The departures from the climatological means were substantially larger in the later months (January–April) than in the early months (October–December) of the cold season. Figure 6 shows this seasonality in terms of calendar-month statewide averages of the divisional anomalies (area weighted) with respect to three climatological base periods: 1925–2016 (the full period of record for the climate divisions), 1949–2016 (the period of R1 used for selecting circulation analogs), and 1981–2010 (the period for the current climatological “normals” used by the National Weather Service). For October and November, the departures show essentially no variation among the three choices of base period, indicating that there has been little change in the calendar-month means. However, for December–April, the departures relative to the 1981–2010 means are smaller than the departures relative to the full-period means by 1.5°, 0.6°, 0.8°, 0.8° and 0.6°C, respectively, indicating that the climatological means have increased over time. Despite the change in the means, the monthly departures are positive in all calendar months for all three base periods. The larger departures in January–April compared to October–December are also apparent in all three cases, and the differences between the two subseasons are greater than the differences arising from the choice of the base period.
Figure 7 compares the October–December and January–April departures (relative to the 1925–2016 means) as a function of climate division. The difference between the two seasonal subperiods is large (3°–4°C) over most of the state, ranging up to 4.5°C on the North Slope, where the departures were 1.6°C for October–December and 6.1°C for January–April. The changes from the earlier to the later subperiod are generally smaller in the southern and southeastern coastal climate divisions, although the differences are still generally between 2° and 3°C in those climate divisions.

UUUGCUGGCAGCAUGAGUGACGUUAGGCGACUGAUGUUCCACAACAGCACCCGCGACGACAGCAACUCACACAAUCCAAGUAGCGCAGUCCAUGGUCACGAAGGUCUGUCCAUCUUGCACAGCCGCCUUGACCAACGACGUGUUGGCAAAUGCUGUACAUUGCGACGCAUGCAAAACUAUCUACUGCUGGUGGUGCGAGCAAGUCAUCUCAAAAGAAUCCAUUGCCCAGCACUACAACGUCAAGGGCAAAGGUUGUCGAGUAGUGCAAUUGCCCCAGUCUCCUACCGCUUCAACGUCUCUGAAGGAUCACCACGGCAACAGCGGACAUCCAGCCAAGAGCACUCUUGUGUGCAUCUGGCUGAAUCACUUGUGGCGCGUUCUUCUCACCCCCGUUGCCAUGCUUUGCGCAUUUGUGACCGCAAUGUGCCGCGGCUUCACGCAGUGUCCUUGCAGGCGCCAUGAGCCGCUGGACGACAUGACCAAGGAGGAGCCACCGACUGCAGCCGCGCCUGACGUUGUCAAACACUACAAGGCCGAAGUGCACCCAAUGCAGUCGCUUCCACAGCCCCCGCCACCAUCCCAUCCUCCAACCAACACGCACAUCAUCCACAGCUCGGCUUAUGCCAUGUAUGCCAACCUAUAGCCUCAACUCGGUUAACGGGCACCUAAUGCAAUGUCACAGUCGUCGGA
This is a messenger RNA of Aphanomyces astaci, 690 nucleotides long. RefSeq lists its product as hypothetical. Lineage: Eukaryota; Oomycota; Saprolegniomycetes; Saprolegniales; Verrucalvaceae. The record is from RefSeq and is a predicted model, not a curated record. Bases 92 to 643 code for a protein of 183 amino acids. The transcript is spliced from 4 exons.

A key question for this study is as follows: How much of the temperature anomalies documented above resulted from the atmospheric circulation anomalies? We address this by plotting the “excess warmth,” defined here as the amount by which the departure from the mean temperature (Figs. 6 and 7) exceeds the composite (mean) of the corresponding departures in the five best circulation-derived analog years. Stated differently, the excess warmth is the portion of the temperature anomaly that cannot be attributed to the atmospheric circulation pattern of 2015/16. Figure 8 shows the statewide average of excess warmth for 2015/16 (relative to the SLP-derived analogs) as a function of calendar month. For the 7-month period as a whole, the statewide average of the excess warmth is 2.4°C, which is 57% of the total anomaly (relative to the 1981–2010 mean). However, the excess warmth and its percentage of the total departure both increase substantially from the early season to the late season: from 1.1°C (45% of the total) for October–December to 3.3°C (69% of the total) for January–April. This seasonal increase has implications for the explanation of the excess warmth, as discussed below.
Additional explanatory clues can be gleaned from the spatial distribution of the excess warmth, shown in Fig. 9 for October–December and January–April. The largest values for October–December are found in the western climate divisions, where the values are generally around 2°C (Fig. 9, left). Values are quite small, 0.5°C or less, in the North Slope division and in the eastern climate divisions, including the Southeast Interior. Such small values indicate that the temperature anomalies in these divisions during October–December were essentially circulation driven. During these months the excess warmth generally represents larger percentages of the anomalies in the southwestern divisions: Aleutians (97%), Northwest Gulf of Alaska (73%), Cook Inlet (67%), and West Coast (66%). The percentages are smaller in the northern and eastern divisions, ranging down to 0% in the Southeast Interior and the Northeast Gulf of Alaska. The overall area-weighted statewide average of the excess warmth as a percentage of the total departure from the mean is 45%, indicating that slightly more than half of the departure from normal temperature during October–December is explained by the atmospheric circulation.